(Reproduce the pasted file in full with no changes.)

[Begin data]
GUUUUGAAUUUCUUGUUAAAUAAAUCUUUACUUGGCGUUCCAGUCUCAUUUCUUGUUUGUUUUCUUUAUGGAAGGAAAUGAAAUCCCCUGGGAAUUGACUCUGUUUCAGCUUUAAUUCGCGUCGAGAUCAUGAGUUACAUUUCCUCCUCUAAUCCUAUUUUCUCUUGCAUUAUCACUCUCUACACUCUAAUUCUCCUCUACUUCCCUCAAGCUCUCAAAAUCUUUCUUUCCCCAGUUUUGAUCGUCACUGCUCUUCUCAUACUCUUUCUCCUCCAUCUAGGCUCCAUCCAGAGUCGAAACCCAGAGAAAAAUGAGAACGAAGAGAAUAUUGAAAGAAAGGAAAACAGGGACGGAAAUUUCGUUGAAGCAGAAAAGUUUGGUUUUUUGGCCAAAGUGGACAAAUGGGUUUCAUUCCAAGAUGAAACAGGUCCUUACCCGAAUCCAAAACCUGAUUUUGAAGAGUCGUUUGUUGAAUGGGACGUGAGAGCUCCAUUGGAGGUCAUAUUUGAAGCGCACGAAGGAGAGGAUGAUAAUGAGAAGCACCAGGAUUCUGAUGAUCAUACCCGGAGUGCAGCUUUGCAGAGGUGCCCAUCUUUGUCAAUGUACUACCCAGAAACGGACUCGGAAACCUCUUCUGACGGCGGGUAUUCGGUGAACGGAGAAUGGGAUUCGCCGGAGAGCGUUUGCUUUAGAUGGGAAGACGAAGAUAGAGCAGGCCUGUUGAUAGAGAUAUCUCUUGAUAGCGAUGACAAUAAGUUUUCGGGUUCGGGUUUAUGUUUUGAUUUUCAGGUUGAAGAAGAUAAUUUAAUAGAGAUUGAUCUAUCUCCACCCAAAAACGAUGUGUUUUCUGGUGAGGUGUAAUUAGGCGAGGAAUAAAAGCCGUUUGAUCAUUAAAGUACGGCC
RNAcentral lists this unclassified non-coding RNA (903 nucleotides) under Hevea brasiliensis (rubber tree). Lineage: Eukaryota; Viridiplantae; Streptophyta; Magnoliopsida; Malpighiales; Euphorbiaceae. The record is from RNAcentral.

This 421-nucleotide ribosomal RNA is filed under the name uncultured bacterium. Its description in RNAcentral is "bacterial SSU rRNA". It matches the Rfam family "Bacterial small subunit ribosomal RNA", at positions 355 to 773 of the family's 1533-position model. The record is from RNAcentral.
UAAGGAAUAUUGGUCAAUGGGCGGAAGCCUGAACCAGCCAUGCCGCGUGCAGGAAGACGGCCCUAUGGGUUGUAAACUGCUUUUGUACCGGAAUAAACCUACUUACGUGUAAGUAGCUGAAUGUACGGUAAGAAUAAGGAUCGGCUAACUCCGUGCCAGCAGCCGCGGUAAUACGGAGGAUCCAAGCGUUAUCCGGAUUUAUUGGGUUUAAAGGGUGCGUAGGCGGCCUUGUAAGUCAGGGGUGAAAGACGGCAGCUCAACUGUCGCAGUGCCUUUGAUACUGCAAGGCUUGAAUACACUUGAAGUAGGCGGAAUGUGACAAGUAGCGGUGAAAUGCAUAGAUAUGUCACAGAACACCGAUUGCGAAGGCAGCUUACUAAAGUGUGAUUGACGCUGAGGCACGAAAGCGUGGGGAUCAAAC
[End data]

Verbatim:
GUUUUGAAUUUCUUGUUAAAUAAAUCUUUACUUGGCGUUCCAGUCUCAUUUCUUGUUUGUUUUCUUUAUGGAAGGAAAUGAAAUCCCCUGGGAAUUGACUCUGUUUCAGCUUUAAUUCGCGUCGAGAUCAUGAGUUACAUUUCCUCCUCUAAUCCUAUUUUCUCUUGCAUUAUCACUCUCUACACUCUAAUUCUCCUCUACUUCCCUCAAGCUCUCAAAAUCUUUCUUUCCCCAGUUUUGAUCGUCACUGCUCUUCUCAUACUCUUUCUCCUCCAUCUAGGCUCCAUCCAGAGUCGAAACCCAGAGAAAAAUGAGAACGAAGAGAAUAUUGAAAGAAAGGAAAACAGGGACGGAAAUUUCGUUGAAGCAGAAAAGUUUGGUUUUUUGGCCAAAGUGGACAAAUGGGUUUCAUUCCAAGAUGAAACAGGUCCUUACCCGAAUCCAAAACCUGAUUUUGAAGAGUCGUUUGUUGAAUGGGACGUGAGAGCUCCAUUGGAGGUCAUAUUUGAAGCGCACGAAGGAGAGGAUGAUAAUGAGAAGCACCAGGAUUCUGAUGAUCAUACCCGGAGUGCAGCUUUGCAGAGGUGCCCAUCUUUGUCAAUGUACUACCCAGAAACGGACUCGGAAACCUCUUCUGACGGCGGGUAUUCGGUGAACGGAGAAUGGGAUUCGCCGGAGAGCGUUUGCUUUAGAUGGGAAGACGAAGAUAGAGCAGGCCUGUUGAUAGAGAUAUCUCUUGAUAGCGAUGACAAUAAGUUUUCGGGUUCGGGUUUAUGUUUUGAUUUUCAGGUUGAAGAAGAUAAUUUAAUAGAGAUUGAUCUAUCUCCACCCAAAAACGAUGUGUUUUCUGGUGAGGUGUAAUUAGGCGAGGAAUAAAAGCCGUUUGAUCAUUAAAGUACGGCC
RNAcentral lists this unclassified non-coding RNA (903 nucleotides) under Hevea brasiliensis (rubber tree). Lineage: Eukaryota; Viridiplantae; Streptophyta; Magnoliopsida; Malpighiales; Euphorbiaceae. The record is from RNAcentral.

This 421-nucleotide ribosomal RNA is filed under the name uncultured bacterium. Its description in RNAcentral is "bacterial SSU rRNA". It matches the Rfam family "Bacterial small subunit ribosomal RNA", at positions 355 to 773 of the family's 1533-position model. The record is from RNAcentral.
UAAGGAAUAUUGGUCAAUGGGCGGAAGCCUGAACCAGCCAUGCCGCGUGCAGGAAGACGGCCCUAUGGGUUGUAAACUGCUUUUGUACCGGAAUAAACCUACUUACGUGUAAGUAGCUGAAUGUACGGUAAGAAUAAGGAUCGGCUAACUCCGUGCCAGCAGCCGCGGUAAUACGGAGGAUCCAAGCGUUAUCCGGAUUUAUUGGGUUUAAAGGGUGCGUAGGCGGCCUUGUAAGUCAGGGGUGAAAGACGGCAGCUCAACUGUCGCAGUGCCUUUGAUACUGCAAGGCUUGAAUACACUUGAAGUAGGCGGAAUGUGACAAGUAGCGGUGAAAUGCAUAGAUAUGUCACAGAACACCGAUUGCGAAGGCAGCUUACUAAAGUGUGAUUGACGCUGAGGCACGAAAGCGUGGGGAUCAAAC